I: My next question is about the Yoga Sūtras and Tantric Yoga. It's a very interesting question, because Yoga Sutras is the most well-known [Sanskrit] scripture in the West and most of the people, including modern Indian teachers use this scripture as the main philosophical text of yoga tradition, even teachers of Haṭha Yoga, which is not described in Sutras. I've read that these are two completely different systems -- like yoga of Rishis and Munis is close to the Vedic tradition and Tantric yoga, which is different. I have doubts about this. There is an opinion that Sūtras is a dualistic text -- about division of Prakriti from Purusha and Tantric texts are about union. Do you think these are completely different traditions or merely two points of view on one subject?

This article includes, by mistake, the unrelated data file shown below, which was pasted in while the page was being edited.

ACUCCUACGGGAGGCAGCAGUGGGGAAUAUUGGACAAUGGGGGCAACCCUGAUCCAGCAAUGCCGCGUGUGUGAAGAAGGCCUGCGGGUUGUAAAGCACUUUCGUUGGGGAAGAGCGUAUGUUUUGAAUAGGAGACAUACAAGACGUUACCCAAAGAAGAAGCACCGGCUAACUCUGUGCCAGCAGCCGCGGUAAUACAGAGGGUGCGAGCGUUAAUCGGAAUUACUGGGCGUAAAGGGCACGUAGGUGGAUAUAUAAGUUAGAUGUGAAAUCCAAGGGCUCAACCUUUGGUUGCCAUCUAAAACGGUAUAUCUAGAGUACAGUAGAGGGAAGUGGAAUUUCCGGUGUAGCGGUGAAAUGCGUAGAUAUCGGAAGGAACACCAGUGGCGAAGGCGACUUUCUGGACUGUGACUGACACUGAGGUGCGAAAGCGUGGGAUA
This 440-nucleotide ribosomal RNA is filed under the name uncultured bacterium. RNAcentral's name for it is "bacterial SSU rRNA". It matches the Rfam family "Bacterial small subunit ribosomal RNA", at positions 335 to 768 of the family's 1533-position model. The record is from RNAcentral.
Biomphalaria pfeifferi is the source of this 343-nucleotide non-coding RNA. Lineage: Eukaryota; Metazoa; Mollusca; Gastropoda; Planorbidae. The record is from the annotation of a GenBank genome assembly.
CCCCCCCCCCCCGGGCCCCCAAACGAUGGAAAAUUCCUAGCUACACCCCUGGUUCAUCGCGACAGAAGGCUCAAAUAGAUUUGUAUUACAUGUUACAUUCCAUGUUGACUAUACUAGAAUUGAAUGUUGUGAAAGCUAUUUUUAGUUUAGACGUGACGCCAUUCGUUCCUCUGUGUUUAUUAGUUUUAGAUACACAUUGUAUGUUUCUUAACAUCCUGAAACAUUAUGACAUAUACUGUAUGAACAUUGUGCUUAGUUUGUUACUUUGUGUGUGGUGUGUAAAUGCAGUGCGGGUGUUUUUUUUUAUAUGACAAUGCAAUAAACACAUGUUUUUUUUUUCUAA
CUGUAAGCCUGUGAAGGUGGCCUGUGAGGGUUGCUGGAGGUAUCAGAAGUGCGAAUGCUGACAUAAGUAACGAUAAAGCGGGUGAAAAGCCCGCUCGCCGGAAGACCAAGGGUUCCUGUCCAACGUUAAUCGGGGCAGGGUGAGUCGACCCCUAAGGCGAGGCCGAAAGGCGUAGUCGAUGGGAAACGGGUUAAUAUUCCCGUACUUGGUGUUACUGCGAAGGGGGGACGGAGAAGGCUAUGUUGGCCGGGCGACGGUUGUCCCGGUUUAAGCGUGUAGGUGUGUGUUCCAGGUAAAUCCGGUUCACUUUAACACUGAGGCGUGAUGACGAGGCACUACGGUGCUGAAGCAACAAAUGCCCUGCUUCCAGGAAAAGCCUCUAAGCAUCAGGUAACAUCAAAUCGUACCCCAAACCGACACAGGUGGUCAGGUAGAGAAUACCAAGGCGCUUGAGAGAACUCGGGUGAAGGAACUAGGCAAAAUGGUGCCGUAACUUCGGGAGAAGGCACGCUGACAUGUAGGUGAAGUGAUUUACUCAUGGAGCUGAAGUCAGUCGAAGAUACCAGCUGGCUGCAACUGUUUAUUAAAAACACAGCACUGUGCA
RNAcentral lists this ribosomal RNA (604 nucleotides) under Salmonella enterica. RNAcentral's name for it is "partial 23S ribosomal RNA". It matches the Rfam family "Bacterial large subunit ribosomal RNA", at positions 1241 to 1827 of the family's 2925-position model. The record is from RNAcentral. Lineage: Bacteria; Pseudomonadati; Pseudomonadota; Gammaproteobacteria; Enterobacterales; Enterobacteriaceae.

H: This is a very important question that almost nobody [in the general public] understands the answer to, because of lack of research, lack of investigation of real evidence. First of all we have to note that the modern interest in Patanjali's Yoga Sutra is artificial in a certain sense and it comes from not realizing that the sources for modern yoga are to be found ultimately in Haṭhayoga and Tantric yoga. The practices of Haṭha Yoga and modern yoga (other than concentrative meditation) can't be found in the Yoga Sūtra, as you have pointed out, except for the brief mention of prāṇāyāma, whereas in Tantric texts we have a detailed description of many prāṇāyāmas. So if you look for the roots of modern practices it's Haṭhayoga type traditions and Tantric yoga before that -- but the problem is that by the time of the 19th century Tantra had an extremely bad reputation, because the original wisdom had been forgotten and Indians thought Tantra meant some kind of black magic and the British thought Tantra meant some kind of a weird sex and black magic. Nobody wanted to look at those texts, which are so numerous and so hard to read and they thought there is nothing valuable to read in them anyway. So, there is an artificial revival of Patañjali when modern practitioners looked for a scriptural authority in the 19th and 20th century, and this revival obscures what really happened historically.